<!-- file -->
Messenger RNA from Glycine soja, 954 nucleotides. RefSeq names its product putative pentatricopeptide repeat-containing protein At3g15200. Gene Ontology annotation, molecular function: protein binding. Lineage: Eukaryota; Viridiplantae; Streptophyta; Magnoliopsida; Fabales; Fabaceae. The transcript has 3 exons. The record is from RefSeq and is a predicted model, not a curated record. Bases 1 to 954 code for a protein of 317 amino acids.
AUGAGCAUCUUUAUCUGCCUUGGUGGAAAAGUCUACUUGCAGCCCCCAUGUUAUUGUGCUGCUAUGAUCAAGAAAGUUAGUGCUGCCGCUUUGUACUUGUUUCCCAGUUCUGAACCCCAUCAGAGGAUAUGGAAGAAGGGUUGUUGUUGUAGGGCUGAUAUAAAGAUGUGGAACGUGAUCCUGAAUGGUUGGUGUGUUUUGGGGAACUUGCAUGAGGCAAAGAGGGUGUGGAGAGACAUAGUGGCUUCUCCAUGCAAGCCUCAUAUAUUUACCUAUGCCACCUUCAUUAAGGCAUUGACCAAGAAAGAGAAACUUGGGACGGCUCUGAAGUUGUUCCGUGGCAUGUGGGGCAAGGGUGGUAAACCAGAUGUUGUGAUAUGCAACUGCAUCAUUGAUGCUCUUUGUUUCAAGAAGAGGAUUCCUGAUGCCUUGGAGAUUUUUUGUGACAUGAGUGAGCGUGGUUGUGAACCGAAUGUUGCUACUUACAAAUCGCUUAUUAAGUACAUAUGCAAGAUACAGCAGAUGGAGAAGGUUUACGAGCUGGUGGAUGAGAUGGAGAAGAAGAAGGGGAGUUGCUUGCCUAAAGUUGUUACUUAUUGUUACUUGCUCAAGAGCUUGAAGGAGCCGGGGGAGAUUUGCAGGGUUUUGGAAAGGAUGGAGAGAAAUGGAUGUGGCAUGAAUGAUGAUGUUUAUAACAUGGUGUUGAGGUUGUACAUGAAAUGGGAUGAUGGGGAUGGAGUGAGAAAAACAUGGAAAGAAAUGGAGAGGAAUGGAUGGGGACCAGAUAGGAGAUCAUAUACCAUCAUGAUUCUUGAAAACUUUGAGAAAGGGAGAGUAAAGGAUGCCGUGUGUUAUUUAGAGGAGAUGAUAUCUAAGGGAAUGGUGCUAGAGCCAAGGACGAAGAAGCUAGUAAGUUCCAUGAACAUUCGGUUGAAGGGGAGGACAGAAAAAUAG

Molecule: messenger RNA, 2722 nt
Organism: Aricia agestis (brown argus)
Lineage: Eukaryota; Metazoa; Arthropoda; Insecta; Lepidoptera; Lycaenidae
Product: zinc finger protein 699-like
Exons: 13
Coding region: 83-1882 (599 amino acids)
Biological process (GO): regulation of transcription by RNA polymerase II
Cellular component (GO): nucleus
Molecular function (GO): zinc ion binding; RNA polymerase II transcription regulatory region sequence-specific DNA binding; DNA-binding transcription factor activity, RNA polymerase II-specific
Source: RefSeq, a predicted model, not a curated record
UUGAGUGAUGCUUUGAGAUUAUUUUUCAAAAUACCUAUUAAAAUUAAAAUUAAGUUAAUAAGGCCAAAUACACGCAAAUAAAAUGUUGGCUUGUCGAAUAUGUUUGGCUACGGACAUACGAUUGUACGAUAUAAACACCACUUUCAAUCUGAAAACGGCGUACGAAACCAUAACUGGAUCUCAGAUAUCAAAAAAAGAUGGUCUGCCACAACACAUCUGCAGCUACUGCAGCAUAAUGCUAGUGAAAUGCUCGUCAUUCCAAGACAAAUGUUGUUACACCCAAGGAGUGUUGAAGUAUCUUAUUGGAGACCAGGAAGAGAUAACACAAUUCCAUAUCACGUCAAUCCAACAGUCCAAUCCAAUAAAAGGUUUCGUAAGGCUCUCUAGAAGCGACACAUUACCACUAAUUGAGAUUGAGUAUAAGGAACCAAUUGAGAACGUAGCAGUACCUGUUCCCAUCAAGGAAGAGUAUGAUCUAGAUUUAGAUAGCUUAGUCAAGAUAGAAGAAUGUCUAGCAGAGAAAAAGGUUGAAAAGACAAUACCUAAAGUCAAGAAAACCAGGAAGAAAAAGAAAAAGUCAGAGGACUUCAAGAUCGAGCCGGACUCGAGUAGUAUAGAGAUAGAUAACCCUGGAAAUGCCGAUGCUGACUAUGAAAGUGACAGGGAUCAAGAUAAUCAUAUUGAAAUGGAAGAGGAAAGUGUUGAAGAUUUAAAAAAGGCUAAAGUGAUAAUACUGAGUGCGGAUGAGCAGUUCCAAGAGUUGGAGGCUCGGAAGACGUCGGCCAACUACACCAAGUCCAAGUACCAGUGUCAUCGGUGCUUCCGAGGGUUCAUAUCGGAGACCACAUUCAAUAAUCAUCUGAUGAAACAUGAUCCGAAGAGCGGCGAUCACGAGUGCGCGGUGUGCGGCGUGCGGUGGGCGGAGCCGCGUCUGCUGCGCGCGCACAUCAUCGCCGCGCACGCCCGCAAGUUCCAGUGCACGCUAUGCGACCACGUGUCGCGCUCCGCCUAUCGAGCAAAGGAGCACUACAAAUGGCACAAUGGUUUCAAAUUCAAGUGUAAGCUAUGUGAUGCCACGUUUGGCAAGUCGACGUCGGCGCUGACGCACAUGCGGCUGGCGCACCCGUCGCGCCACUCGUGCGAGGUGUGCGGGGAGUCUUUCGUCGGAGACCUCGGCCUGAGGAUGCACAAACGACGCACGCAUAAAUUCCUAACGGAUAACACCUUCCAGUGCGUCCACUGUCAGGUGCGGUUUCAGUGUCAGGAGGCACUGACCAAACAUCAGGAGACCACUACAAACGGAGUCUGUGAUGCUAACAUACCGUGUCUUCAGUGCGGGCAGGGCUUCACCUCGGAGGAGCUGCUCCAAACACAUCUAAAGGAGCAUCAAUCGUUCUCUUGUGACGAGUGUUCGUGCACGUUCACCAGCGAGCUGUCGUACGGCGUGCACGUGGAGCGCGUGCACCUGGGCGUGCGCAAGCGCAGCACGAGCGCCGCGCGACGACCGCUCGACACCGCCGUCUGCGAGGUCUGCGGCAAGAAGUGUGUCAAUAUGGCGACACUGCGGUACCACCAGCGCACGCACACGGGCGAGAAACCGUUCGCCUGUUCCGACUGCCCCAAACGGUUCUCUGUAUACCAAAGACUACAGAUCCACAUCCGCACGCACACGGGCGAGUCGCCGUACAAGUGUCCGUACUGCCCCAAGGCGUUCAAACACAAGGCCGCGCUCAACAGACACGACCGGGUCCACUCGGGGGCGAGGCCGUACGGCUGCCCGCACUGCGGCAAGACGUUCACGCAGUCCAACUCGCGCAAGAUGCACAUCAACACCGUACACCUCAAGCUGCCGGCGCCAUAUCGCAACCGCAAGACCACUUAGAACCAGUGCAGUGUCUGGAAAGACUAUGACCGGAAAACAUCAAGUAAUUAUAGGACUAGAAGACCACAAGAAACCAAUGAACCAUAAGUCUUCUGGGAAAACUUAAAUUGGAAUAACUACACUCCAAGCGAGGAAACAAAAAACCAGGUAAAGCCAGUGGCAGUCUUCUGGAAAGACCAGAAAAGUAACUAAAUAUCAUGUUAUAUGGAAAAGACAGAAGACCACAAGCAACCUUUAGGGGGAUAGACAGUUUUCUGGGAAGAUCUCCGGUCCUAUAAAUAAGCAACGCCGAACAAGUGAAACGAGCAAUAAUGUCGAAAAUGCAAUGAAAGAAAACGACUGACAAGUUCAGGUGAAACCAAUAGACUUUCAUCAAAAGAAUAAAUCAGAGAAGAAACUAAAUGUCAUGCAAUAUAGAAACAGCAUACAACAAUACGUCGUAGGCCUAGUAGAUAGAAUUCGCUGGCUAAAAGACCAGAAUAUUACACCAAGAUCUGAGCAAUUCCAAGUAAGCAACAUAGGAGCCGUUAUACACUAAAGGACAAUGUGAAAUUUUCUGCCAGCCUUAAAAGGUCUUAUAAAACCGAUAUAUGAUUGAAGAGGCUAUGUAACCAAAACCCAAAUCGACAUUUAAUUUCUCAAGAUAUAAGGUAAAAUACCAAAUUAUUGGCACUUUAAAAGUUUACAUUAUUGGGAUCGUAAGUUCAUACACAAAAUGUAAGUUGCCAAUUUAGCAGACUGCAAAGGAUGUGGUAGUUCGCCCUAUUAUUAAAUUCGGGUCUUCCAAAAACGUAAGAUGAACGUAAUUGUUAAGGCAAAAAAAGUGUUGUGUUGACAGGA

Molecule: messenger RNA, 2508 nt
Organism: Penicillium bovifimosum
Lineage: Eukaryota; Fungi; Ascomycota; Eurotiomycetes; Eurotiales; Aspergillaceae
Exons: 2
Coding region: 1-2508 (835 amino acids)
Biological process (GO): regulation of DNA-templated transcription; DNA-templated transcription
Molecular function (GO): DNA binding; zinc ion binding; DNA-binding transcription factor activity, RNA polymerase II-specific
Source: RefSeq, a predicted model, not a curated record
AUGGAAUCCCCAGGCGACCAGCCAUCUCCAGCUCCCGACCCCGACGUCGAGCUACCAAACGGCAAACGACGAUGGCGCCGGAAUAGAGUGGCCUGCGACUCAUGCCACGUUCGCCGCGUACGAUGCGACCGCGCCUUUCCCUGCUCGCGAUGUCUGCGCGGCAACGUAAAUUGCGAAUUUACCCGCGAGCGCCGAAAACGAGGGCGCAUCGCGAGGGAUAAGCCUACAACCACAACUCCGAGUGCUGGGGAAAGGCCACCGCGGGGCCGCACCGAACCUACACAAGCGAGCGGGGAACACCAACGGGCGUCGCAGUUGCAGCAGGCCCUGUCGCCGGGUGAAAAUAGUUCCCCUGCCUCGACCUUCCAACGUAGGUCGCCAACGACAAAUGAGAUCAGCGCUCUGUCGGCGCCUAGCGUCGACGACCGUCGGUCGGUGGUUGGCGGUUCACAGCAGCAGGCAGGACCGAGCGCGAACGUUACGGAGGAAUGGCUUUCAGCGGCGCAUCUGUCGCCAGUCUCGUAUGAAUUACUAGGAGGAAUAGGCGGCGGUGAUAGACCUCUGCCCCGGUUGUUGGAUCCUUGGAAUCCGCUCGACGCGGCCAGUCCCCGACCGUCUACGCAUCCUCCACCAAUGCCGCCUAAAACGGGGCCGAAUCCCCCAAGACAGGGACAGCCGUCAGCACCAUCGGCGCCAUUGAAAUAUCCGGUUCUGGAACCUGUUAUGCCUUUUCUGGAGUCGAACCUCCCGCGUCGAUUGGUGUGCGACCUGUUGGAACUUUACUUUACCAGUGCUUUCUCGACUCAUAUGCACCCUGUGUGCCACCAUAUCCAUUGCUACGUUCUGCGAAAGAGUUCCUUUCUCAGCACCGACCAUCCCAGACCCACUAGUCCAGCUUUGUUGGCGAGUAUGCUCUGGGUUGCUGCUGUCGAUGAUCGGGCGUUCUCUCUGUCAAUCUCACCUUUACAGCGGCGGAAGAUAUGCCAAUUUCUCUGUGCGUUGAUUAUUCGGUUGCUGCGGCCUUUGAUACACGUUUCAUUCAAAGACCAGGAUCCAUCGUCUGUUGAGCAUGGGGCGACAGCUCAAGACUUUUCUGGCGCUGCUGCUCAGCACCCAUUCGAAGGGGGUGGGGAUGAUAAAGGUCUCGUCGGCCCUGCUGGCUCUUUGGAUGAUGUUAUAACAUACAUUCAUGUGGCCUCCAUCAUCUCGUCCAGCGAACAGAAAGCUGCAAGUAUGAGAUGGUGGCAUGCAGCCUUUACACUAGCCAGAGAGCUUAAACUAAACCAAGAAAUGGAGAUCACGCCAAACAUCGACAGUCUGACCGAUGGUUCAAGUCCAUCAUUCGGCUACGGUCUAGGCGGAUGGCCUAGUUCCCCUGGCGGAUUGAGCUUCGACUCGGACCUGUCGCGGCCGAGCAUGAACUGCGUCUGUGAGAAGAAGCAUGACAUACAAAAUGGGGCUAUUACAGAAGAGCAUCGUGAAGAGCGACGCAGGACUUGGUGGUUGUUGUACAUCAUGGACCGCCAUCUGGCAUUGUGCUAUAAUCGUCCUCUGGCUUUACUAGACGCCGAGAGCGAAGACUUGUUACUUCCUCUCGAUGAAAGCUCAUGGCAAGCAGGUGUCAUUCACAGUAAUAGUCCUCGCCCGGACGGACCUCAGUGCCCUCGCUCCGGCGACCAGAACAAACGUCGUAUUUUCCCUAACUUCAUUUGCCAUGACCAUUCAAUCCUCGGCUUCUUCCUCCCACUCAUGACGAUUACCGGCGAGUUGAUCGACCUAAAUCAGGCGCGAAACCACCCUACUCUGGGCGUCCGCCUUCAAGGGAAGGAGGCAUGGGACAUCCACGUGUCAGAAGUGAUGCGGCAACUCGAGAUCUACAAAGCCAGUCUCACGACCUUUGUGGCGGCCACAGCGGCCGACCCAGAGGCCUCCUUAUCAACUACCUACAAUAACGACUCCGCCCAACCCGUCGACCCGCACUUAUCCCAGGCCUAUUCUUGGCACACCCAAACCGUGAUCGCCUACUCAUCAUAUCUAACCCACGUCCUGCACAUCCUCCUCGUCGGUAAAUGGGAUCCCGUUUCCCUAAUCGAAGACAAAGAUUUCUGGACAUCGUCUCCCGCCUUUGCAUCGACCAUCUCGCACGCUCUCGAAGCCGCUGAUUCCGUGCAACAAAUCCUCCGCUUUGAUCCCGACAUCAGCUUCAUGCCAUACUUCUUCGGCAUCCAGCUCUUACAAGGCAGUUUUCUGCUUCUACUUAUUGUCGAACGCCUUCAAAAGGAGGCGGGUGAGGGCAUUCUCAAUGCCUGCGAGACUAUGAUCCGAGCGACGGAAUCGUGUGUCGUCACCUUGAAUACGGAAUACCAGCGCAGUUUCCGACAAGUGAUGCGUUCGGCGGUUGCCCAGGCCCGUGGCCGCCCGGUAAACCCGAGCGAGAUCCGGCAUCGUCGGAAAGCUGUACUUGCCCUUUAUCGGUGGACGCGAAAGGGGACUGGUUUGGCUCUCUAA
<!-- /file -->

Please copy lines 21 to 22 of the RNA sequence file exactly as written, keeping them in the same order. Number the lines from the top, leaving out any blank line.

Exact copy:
Source: RefSeq, a predicted model, not a curated record
AUGGAAUCCCCAGGCGACCAGCCAUCUCCAGCUCCCGACCCCGACGUCGAGCUACCAAACGGCAAACGACGAUGGCGCCGGAAUAGAGUGGCCUGCGACUCAUGCCACGUUCGCCGCGUACGAUGCGACCGCGCCUUUCCCUGCUCGCGAUGUCUGCGCGGCAACGUAAAUUGCGAAUUUACCCGCGAGCGCCGAAAACGAGGGCGCAUCGCGAGGGAUAAGCCUACAACCACAACUCCGAGUGCUGGGGAAAGGCCACCGCGGGGCCGCACCGAACCUACACAAGCGAGCGGGGAACACCAACGGGCGUCGCAGUUGCAGCAGGCCCUGUCGCCGGGUGAAAAUAGUUCCCCUGCCUCGACCUUCCAACGUAGGUCGCCAACGACAAAUGAGAUCAGCGCUCUGUCGGCGCCUAGCGUCGACGACCGUCGGUCGGUGGUUGGCGGUUCACAGCAGCAGGCAGGACCGAGCGCGAACGUUACGGAGGAAUGGCUUUCAGCGGCGCAUCUGUCGCCAGUCUCGUAUGAAUUACUAGGAGGAAUAGGCGGCGGUGAUAGACCUCUGCCCCGGUUGUUGGAUCCUUGGAAUCCGCUCGACGCGGCCAGUCCCCGACCGUCUACGCAUCCUCCACCAAUGCCGCCUAAAACGGGGCCGAAUCCCCCAAGACAGGGACAGCCGUCAGCACCAUCGGCGCCAUUGAAAUAUCCGGUUCUGGAACCUGUUAUGCCUUUUCUGGAGUCGAACCUCCCGCGUCGAUUGGUGUGCGACCUGUUGGAACUUUACUUUACCAGUGCUUUCUCGACUCAUAUGCACCCUGUGUGCCACCAUAUCCAUUGCUACGUUCUGCGAAAGAGUUCCUUUCUCAGCACCGACCAUCCCAGACCCACUAGUCCAGCUUUGUUGGCGAGUAUGCUCUGGGUUGCUGCUGUCGAUGAUCGGGCGUUCUCUCUGUCAAUCUCACCUUUACAGCGGCGGAAGAUAUGCCAAUUUCUCUGUGCGUUGAUUAUUCGGUUGCUGCGGCCUUUGAUACACGUUUCAUUCAAAGACCAGGAUCCAUCGUCUGUUGAGCAUGGGGCGACAGCUCAAGACUUUUCUGGCGCUGCUGCUCAGCACCCAUUCGAAGGGGGUGGGGAUGAUAAAGGUCUCGUCGGCCCUGCUGGCUCUUUGGAUGAUGUUAUAACAUACAUUCAUGUGGCCUCCAUCAUCUCGUCCAGCGAACAGAAAGCUGCAAGUAUGAGAUGGUGGCAUGCAGCCUUUACACUAGCCAGAGAGCUUAAACUAAACCAAGAAAUGGAGAUCACGCCAAACAUCGACAGUCUGACCGAUGGUUCAAGUCCAUCAUUCGGCUACGGUCUAGGCGGAUGGCCUAGUUCCCCUGGCGGAUUGAGCUUCGACUCGGACCUGUCGCGGCCGAGCAUGAACUGCGUCUGUGAGAAGAAGCAUGACAUACAAAAUGGGGCUAUUACAGAAGAGCAUCGUGAAGAGCGACGCAGGACUUGGUGGUUGUUGUACAUCAUGGACCGCCAUCUGGCAUUGUGCUAUAAUCGUCCUCUGGCUUUACUAGACGCCGAGAGCGAAGACUUGUUACUUCCUCUCGAUGAAAGCUCAUGGCAAGCAGGUGUCAUUCACAGUAAUAGUCCUCGCCCGGACGGACCUCAGUGCCCUCGCUCCGGCGACCAGAACAAACGUCGUAUUUUCCCUAACUUCAUUUGCCAUGACCAUUCAAUCCUCGGCUUCUUCCUCCCACUCAUGACGAUUACCGGCGAGUUGAUCGACCUAAAUCAGGCGCGAAACCACCCUACUCUGGGCGUCCGCCUUCAAGGGAAGGAGGCAUGGGACAUCCACGUGUCAGAAGUGAUGCGGCAACUCGAGAUCUACAAAGCCAGUCUCACGACCUUUGUGGCGGCCACAGCGGCCGACCCAGAGGCCUCCUUAUCAACUACCUACAAUAACGACUCCGCCCAACCCGUCGACCCGCACUUAUCCCAGGCCUAUUCUUGGCACACCCAAACCGUGAUCGCCUACUCAUCAUAUCUAACCCACGUCCUGCACAUCCUCCUCGUCGGUAAAUGGGAUCCCGUUUCCCUAAUCGAAGACAAAGAUUUCUGGACAUCGUCUCCCGCCUUUGCAUCGACCAUCUCGCACGCUCUCGAAGCCGCUGAUUCCGUGCAACAAAUCCUCCGCUUUGAUCCCGACAUCAGCUUCAUGCCAUACUUCUUCGGCAUCCAGCUCUUACAAGGCAGUUUUCUGCUUCUACUUAUUGUCGAACGCCUUCAAAAGGAGGCGGGUGAGGGCAUUCUCAAUGCCUGCGAGACUAUGAUCCGAGCGACGGAAUCGUGUGUCGUCACCUUGAAUACGGAAUACCAGCGCAGUUUCCGACAAGUGAUGCGUUCGGCGGUUGCCCAGGCCCGUGGCCGCCCGGUAAACCCGAGCGAGAUCCGGCAUCGUCGGAAAGCUGUACUUGCCCUUUAUCGGUGGACGCGAAAGGGGACUGGUUUGGCUCUCUAA